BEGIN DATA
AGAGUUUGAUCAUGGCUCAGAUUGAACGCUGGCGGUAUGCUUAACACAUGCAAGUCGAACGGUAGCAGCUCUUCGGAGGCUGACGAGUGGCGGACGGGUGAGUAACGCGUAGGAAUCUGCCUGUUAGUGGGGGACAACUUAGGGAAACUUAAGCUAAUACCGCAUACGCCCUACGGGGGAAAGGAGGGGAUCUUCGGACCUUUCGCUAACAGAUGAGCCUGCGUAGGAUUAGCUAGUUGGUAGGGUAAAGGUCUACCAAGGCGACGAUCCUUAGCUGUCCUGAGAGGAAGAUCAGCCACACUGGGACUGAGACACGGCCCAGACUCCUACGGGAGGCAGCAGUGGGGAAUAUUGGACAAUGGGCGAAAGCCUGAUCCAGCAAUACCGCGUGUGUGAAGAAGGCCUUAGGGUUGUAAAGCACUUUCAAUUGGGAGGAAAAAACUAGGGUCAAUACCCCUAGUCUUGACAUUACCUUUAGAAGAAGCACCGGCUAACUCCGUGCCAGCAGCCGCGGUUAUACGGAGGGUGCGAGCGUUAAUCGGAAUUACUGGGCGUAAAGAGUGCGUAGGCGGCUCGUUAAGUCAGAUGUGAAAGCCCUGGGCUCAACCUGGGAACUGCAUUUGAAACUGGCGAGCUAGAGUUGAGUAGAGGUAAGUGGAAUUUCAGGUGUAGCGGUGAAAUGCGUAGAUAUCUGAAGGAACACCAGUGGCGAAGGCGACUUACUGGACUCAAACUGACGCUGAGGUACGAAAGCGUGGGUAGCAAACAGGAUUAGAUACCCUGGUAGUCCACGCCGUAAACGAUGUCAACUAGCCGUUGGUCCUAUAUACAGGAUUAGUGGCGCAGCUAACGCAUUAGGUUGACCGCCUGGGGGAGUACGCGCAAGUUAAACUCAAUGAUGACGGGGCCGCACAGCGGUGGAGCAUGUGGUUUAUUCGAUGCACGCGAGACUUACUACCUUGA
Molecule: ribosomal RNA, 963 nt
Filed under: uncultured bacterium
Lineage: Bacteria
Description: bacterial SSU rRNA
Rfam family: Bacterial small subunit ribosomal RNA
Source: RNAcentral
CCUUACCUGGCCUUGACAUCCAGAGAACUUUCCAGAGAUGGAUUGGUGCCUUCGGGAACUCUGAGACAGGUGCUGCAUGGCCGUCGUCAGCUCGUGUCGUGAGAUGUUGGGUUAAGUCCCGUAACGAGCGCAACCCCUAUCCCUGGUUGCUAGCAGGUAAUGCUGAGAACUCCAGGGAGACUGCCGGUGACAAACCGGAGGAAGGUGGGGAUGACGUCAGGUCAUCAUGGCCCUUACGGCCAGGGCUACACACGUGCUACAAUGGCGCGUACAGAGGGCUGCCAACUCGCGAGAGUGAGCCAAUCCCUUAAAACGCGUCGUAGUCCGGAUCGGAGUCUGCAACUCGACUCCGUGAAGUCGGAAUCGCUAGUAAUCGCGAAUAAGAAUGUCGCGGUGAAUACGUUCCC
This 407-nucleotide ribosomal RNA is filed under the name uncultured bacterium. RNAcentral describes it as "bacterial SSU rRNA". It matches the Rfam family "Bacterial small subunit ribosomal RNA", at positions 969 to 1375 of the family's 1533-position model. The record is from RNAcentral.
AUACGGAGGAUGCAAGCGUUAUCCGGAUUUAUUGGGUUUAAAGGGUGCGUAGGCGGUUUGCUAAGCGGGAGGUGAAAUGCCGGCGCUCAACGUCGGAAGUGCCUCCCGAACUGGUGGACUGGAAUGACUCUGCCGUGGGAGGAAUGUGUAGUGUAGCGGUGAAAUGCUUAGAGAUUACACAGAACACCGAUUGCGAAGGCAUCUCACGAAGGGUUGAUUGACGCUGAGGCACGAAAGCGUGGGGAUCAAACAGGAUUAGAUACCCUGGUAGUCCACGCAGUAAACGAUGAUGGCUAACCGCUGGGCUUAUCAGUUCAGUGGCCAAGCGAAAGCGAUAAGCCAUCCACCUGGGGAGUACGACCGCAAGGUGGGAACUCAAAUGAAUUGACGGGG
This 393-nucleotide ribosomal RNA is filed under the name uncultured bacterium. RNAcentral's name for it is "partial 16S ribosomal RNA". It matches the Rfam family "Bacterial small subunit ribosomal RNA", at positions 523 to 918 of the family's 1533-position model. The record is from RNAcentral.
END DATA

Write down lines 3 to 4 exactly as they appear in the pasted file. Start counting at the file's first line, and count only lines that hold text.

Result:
Filed under: uncultured bacterium
Lineage: Bacteria